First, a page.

Cumberland Island is a barrier island located off the coast of Georgia in the United States. It is the largest and southernmost of Georgia’s barrier islands, and it is part of the Cumberland Island National Seashore, which was established in 1972. The island has a rich history, with evidence of human habitation dating back to at least 4500 BC. Its unique geography and ecology have made it a popular destination for visitors from around the world. The island features a variety of habitats, including salt marshes, maritime forests, and beaches. Its diverse wildlife includes wild horses, alligators, armadillos, sea turtles, bald eagles, and hundreds of species of birds. The feral horses are descended from Spanish Mustangs brought to the island by Spanish settlers in the 1700s and have been living on the island ever since. Today, these feral horses roam freely across Cumberland Island’s beaches and marshes.
If you are not planning to anchor out by the island, you will need to book a ferry ride to Cumberland Island. Make sure to book your tickets in advance as the ferry can get booked up quickly during peak season. The ferry leaves St Mary’s daily at 9am & 11:45am and returns from the island 10:15am, 2.45pm and 4:45pm. Cost is $20 for adults, $19 for seniors (62+) and $15 Child (15 & under) for a one-way ticket (as of January 2023). The ferry takes about 45 minutes each way. Do not miss the last ferry off the island or you will be stuck until morning! It’s also important to plan ahead and bring any supplies you might need, such as food and water. There is no food or water available on the island. We would also recommend bug spray. Once on the island, there is lots of history. The most prominent landmark are the Dungeness mansion ruins. It was the home of several families significant in American history. James Oglethorpe first built a hunting lodge in 1736, that he named Dungeness. Oglethorpe named it Dungeness to the legacy of Revolutionary War hero Nathanael Greene, who had acquired 11,000 acres (45 km2) of island land in exchange for a bad debt. In 1803, after Greene’s death, his widow Catharine Littlefield Greene built a four-story tabbymansion over a Timucuanshell mound.
During the War of 1812 the island was occupied by the British, who used the house as a headquarters In 1818 Henry “Light-Horse Harry” Lee, a cavalry commander during the Revolutionary War and father of Robert E. Lee, stayed at the house until his death on March 25, 1818, cared for by Greene’s daughter Louisa. Commander Lee was laid to rest in nearby cemetery with full military honors provided by an American fleet stationed at St. Marys, Georgia. The house was abandoned during the U.S. Civil War and burned in 1866.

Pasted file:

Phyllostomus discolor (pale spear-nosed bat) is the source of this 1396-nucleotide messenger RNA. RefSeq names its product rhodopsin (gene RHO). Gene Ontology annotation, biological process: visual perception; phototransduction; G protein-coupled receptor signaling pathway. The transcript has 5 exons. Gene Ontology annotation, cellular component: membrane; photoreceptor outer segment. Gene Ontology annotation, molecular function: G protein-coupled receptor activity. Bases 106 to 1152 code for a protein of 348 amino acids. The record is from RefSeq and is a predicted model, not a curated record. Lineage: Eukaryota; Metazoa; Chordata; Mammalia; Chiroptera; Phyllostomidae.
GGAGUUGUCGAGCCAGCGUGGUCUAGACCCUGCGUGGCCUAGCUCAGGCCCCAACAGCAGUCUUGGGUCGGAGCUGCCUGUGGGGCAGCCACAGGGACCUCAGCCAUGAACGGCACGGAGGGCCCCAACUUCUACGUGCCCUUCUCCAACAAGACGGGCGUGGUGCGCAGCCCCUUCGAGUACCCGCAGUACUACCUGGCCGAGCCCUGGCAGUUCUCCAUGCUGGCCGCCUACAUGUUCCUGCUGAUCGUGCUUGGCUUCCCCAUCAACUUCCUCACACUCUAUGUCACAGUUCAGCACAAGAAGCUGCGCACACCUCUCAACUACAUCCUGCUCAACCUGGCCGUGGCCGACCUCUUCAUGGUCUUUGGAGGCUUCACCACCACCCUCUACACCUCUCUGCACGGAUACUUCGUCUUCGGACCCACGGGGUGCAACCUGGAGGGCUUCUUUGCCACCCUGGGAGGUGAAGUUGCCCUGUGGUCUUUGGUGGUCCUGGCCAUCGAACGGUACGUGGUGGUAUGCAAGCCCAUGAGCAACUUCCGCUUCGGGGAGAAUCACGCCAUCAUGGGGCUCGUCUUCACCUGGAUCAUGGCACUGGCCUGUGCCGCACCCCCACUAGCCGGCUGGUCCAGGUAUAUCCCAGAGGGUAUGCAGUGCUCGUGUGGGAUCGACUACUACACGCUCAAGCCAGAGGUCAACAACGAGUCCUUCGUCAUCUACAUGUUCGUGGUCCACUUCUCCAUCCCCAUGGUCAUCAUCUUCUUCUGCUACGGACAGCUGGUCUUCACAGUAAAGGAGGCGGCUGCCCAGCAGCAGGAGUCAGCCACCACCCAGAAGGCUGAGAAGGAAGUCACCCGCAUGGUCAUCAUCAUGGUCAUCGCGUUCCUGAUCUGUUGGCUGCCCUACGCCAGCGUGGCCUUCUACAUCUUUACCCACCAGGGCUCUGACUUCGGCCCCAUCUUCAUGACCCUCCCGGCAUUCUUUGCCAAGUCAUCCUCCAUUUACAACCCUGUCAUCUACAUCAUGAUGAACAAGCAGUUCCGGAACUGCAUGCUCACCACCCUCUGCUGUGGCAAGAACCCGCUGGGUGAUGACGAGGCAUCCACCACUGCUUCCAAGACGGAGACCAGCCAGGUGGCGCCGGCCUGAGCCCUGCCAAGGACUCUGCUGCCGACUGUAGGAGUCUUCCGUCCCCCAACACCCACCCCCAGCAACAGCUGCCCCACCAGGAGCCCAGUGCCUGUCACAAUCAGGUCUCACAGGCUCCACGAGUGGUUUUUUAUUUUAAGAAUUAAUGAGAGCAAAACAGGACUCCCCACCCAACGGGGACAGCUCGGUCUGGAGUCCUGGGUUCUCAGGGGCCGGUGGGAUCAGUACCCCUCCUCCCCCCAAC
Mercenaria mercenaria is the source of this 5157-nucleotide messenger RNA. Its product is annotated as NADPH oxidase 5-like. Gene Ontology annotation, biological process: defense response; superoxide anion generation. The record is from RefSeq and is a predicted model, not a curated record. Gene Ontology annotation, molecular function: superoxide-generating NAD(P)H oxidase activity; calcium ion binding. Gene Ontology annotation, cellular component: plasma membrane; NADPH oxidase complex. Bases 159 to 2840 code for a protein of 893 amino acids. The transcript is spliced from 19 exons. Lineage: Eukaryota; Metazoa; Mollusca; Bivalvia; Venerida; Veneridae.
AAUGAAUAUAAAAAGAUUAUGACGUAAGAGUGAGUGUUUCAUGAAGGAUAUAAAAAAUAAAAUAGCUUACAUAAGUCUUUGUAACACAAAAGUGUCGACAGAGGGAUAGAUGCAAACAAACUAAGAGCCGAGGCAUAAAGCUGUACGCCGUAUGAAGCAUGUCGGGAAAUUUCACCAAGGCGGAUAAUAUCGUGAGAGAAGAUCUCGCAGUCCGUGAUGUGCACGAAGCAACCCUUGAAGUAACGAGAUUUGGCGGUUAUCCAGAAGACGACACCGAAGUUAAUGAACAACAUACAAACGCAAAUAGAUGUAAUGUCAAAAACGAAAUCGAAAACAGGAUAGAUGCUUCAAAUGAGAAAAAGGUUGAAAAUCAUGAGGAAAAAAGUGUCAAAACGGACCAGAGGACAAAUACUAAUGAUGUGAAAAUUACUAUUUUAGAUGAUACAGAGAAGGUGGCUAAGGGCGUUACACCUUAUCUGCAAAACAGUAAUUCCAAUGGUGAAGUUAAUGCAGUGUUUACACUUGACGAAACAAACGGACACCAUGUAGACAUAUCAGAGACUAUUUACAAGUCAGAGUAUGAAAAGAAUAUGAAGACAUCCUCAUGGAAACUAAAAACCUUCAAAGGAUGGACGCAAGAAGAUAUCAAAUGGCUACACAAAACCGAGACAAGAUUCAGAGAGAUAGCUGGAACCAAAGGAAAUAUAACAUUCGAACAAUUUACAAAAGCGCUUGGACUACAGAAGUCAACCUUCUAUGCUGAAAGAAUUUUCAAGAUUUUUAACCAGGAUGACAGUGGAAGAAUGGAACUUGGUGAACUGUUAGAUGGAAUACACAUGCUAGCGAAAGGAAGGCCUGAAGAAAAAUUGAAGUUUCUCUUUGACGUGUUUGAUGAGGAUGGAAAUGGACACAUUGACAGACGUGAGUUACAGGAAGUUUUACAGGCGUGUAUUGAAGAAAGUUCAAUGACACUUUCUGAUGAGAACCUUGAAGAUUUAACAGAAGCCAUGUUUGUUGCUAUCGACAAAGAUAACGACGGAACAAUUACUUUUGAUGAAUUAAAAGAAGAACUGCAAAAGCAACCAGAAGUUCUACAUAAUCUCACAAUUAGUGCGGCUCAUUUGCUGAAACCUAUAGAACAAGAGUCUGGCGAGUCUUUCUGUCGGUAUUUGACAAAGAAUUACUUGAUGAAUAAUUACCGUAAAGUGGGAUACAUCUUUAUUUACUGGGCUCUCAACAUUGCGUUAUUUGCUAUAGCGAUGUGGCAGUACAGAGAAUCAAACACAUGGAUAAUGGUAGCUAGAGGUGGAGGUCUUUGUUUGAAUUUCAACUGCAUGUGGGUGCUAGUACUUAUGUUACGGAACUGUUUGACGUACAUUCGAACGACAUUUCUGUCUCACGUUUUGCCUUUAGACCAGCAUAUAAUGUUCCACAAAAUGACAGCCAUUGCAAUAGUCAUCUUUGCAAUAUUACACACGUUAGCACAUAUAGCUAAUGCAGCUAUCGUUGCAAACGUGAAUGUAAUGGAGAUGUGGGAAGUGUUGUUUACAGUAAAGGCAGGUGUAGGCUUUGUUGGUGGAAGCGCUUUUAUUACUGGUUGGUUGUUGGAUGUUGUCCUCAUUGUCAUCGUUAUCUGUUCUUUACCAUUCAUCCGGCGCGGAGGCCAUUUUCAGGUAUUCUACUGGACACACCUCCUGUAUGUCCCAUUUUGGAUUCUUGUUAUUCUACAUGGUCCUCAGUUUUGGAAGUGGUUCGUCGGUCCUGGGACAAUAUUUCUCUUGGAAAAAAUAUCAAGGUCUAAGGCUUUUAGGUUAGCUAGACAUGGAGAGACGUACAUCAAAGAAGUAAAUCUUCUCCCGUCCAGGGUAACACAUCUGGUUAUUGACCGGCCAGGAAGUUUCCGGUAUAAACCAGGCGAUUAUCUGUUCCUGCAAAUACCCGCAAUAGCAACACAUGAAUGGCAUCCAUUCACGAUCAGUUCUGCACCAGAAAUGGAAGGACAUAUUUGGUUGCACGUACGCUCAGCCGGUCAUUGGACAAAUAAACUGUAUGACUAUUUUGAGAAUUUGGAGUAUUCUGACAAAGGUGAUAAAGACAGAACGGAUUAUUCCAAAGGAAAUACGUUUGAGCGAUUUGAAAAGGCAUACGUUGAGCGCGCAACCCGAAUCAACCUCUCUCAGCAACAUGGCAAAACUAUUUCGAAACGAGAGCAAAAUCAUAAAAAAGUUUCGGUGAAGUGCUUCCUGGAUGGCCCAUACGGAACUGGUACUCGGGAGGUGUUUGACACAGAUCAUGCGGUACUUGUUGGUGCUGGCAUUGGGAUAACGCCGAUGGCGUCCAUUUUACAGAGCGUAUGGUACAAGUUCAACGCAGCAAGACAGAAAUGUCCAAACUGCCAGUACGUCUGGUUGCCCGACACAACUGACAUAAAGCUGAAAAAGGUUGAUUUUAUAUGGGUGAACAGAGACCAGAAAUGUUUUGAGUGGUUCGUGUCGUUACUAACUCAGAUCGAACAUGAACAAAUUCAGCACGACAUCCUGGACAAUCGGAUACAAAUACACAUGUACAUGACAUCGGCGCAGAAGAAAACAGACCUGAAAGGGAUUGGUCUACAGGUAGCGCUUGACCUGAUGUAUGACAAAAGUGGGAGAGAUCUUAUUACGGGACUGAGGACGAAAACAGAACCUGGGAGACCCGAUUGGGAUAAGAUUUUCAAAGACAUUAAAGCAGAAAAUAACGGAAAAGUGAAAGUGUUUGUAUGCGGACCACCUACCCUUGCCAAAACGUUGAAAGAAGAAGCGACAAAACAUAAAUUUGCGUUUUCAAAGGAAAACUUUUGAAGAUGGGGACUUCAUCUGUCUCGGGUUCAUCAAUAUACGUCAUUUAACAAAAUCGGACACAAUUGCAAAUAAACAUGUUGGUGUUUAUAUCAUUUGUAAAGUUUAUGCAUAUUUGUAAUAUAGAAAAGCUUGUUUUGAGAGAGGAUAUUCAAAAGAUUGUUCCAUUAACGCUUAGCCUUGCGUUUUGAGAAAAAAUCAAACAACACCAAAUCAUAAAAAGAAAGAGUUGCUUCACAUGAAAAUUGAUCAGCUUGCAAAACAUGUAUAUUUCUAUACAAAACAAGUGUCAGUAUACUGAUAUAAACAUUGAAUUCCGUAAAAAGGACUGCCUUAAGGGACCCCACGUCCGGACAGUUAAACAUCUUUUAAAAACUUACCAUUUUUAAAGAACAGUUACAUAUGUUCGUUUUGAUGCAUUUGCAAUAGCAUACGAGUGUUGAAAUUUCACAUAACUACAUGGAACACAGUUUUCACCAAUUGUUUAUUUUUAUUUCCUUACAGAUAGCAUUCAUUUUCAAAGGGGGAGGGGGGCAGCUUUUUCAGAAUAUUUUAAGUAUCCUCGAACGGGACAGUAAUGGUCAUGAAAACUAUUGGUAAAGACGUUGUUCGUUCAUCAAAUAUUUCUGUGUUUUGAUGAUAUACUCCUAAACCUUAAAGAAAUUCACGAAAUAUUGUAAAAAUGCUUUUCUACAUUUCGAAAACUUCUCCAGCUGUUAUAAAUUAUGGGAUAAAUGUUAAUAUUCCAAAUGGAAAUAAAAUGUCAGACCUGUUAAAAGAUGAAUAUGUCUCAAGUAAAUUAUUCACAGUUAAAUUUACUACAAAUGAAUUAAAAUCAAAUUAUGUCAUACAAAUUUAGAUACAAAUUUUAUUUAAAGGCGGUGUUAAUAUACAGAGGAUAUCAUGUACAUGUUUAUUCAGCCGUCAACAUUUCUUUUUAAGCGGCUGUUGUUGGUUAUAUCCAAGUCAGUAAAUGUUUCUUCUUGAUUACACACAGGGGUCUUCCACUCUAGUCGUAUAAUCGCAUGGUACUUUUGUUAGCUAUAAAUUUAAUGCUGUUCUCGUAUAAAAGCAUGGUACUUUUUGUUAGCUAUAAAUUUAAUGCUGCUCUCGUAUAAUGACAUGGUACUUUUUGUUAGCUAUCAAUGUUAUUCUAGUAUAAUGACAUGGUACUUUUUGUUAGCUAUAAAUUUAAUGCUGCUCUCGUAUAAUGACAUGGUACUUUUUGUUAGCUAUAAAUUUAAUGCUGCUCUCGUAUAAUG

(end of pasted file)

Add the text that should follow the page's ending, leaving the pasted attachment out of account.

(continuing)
In the 1880s the property was purchased by Thomas M. Carnegie, brother of Andrew Carnegie, who began to build a new mansion on the site. The 59-room Queen Anne style mansion and grounds were completed after Carnegie’s death in 1886. The main house comprises a portion of the larger historic district, which includes servant’s quarters, utility buildings, laundries, cisterns, and a variety of other structures. The district forms a planned, landscaped ensemble. His wife Lucy continued to live at Dungeness and built other estates for her children, including Greyfield, Stafford Plantation and Plum Orchard. The Carnegie’s came to acquire almost 90% of the island but moved out of Dungeness in 1925.
In 1959 the Dungeness mansion was destroyed by fire, alleged to be arson. The ruins are today preserved by the National Park Service as part of Cumberland Island National Seashore. The island was donated to the Park Service in 1972 by the Carnegie family.
Plum Orchard can be toured on your visit to the island. The 45-minute tours are free and are offered on the hour. The mansion is approximately 8 miles from the Sea Camp dock so plan accordingly especially if you are planning to tour at the end of the day and allow plenty of time for the walk back for the 4:45 ferry.
Greyfield has been transformed into a 15 room all-inclusive bed hotel. The mansion is historically furnished and does have a private ferry to and from Cumberland island. The rooms start at $895/night for two people. Three meals and happy hour hors d’oeuvres are included but alcohol is extra.
There are also plenty of beaches, hiking trails and wildlife viewing opportunities that will make your visit even more enjoyable. We took the 11:45 ferry and had plenty of time to explore the ruins and hike the island. Unfortunately, we did not have time to tour Plum Orchard but heard from many others on the ferry it would have been worth the 8 mile hike!